Interview | Alex Highton


Alex Highton is not your typical ‘rock star’. A devoted, Liverpool-born family man who has shied away from city life to enjoy the charming Cambridgeshire countryside, what sets him apart from his fellow countryside neighbours is his talent to create witty, thoughtful songs that scream out to be listened to. FFS caught up with Alex to discuss his debut album, his Hollywood fan base and the music that inspired him.


Hello, please introduce yourself and your music to the uninitiated.

Hi. I’m Al. I recorded an album called Woodditton Wives Club, which mostly charts my move from London to the Cambridgeshire countryside. Having grown up in cities, I knew nothing of rural life and amazed myself by falling in love with it. It possibly stopped me going crazy, having “lived” London a bit too much. Also, the stuff that goes on in this village……well you wouldn’t believe it. Here’s not the place, but we could discuss it over a pint in The Three Blackbirds.

What artists did you grow up listening to and who most inspired you to pick up a guitar and start playing?

My dad has an amazing record collection, which I would devour whenever I went to visit him in Italy, and through this I discovered Tim Hardin, David Ackles, Tim Buckley, Talking Heads, tons of amazing stuff. My mum had this James Taylor record Walking Man that I played and played and still love. I found a Nick Drake album that never came off the stereo, Beach Boys, The Stooges, Velvet Underground, the Beatles… Just a lot of old music really… And Singin’ In the Rain. I love a good musical.

As for starting to play, that was all down to an old Beatles chords book my dad gave me. One day, I just picked up the guitar and started trying to play the songs. I’ve hardly put the thing down since. Drives my wife mad.

Growing up in Liverpool where such iconic musicians have emerged from, did you ever feel any pressure to emulate their success when you began making music?

Not really. You can’t escape The Beatles at home and to be honest I wouldn’t want to. I don’t suppose it’s particularly trendy to cite them as an influence these days, but to say that they did some amazing work is a massive understatement. So how could you ever think to compare yourself? The truth be told, I express myself way better through song-writing than I ever could any other way. So it’s never been about success. Not that I don’t want people to hear the songs, on the contrary.  It’s just that I’ll be writing them anyway, whatever happens or doesn’t happen.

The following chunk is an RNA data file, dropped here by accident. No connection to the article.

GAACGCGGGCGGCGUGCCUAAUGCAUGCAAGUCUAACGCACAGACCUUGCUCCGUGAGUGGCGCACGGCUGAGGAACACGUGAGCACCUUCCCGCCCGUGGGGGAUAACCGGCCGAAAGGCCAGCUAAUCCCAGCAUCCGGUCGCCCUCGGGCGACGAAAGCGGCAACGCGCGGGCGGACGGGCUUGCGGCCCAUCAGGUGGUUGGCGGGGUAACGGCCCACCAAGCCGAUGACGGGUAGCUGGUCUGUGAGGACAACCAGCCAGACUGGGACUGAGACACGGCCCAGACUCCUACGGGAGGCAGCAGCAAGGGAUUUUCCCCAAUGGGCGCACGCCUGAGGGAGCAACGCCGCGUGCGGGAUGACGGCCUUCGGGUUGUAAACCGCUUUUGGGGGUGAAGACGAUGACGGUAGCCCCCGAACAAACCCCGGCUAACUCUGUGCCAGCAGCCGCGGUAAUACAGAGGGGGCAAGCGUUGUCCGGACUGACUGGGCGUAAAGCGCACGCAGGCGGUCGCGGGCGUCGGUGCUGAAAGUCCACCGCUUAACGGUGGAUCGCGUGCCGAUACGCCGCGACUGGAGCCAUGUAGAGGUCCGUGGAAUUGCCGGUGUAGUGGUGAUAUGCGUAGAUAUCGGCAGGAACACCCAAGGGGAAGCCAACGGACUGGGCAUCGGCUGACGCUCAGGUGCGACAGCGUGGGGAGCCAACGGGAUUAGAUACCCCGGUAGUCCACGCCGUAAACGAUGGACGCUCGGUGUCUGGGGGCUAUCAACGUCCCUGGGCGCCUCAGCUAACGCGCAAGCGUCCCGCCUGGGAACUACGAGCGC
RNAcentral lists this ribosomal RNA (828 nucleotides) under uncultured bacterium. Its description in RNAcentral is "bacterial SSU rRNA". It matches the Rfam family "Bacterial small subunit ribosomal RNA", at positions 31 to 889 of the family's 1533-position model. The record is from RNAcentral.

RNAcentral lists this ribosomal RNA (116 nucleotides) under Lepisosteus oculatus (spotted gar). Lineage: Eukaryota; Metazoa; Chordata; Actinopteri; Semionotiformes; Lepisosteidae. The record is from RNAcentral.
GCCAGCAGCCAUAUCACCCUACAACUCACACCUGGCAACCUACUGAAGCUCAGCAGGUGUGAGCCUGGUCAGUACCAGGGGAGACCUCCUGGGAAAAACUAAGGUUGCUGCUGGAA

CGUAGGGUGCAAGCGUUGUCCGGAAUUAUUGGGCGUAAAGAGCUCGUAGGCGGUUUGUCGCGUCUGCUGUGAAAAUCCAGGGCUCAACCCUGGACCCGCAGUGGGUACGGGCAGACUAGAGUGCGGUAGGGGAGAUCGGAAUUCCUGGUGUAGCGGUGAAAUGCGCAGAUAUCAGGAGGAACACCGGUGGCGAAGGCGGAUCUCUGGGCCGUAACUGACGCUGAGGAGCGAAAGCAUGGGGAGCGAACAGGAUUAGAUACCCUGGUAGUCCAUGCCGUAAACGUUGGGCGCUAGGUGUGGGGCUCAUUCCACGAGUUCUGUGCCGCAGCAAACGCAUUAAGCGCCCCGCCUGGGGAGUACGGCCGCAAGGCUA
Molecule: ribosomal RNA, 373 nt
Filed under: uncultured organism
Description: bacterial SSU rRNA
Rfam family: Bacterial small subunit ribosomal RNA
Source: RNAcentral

Your music has been championed by none other than Hollywood star Ashton Kutcher. How did you feel when you found out you had such a famous fan?

Dead weird. It just came out of nowhere. I was already having a really good response to the demo’s I’d put on Myspace. Then I go away for a weekend, come back, and find out I’ve had 60,000 Myspace plays! I’m forever grateful to him because he didn’t need to do that. He had no agenda; he just liked it and decided to tell everyone. The response to his support was so positive that it started me off on the path to recording the album properly. So Mr Kutcher, thank you very much!

What was your best ever gig?

I played a show for The Local at SXSW in March last year with This Is The Kit, She Keeps Bees, Oh Ruin, David Thomas Broughton and Josh T Pearson. That was right up there. They wouldn’t serve me a drink because I didn’t have any I.D. The enormous moustache and photos of my kids didn’t help either. It’s a weird place, Texas. There was a guy sitting next to me who was about sixty and also couldn’t get a drink. So there we were, me and him, drinking coke.

What’s the best and worst thing about being a musician?

The worst thing is going off travelling and missing my family. I love being at home in the village, with everyone around me. I live pretty much next door to the pub as well. The best part is writing songs. I can’t write prose; I’ve tried. I can’t dance; I’ve no balance. I’m not a great actor. The list of things I can’t do goes on and on. So to be able to do something good, that people seem to really like, that’s massive for me.

Finally, we’re always looking to expand our musical horizons. Do you have any recommendations of bands or artists we should be looking out for?

You mean people that are alive? I’ve listened to Oh Ruin’s EP quite a lot. That’s very good indeed. My very highest recommendation though is for David Ackles, the only artist I’ve ever become obsessed with. One of the few to write songs that have brought tears to my eyes. He’s dead, which is a pity. But you can’t have everything.

words: Carly Goodman

Alex Highton Live Dates:

Apr 01 Norwich Arts Centre, Norwich

Apr 03 Slaughtered Lamb, London

Apr 04 Portland Arms, Cambridge

Apr 05 Manchester Deaf Institute, Manchester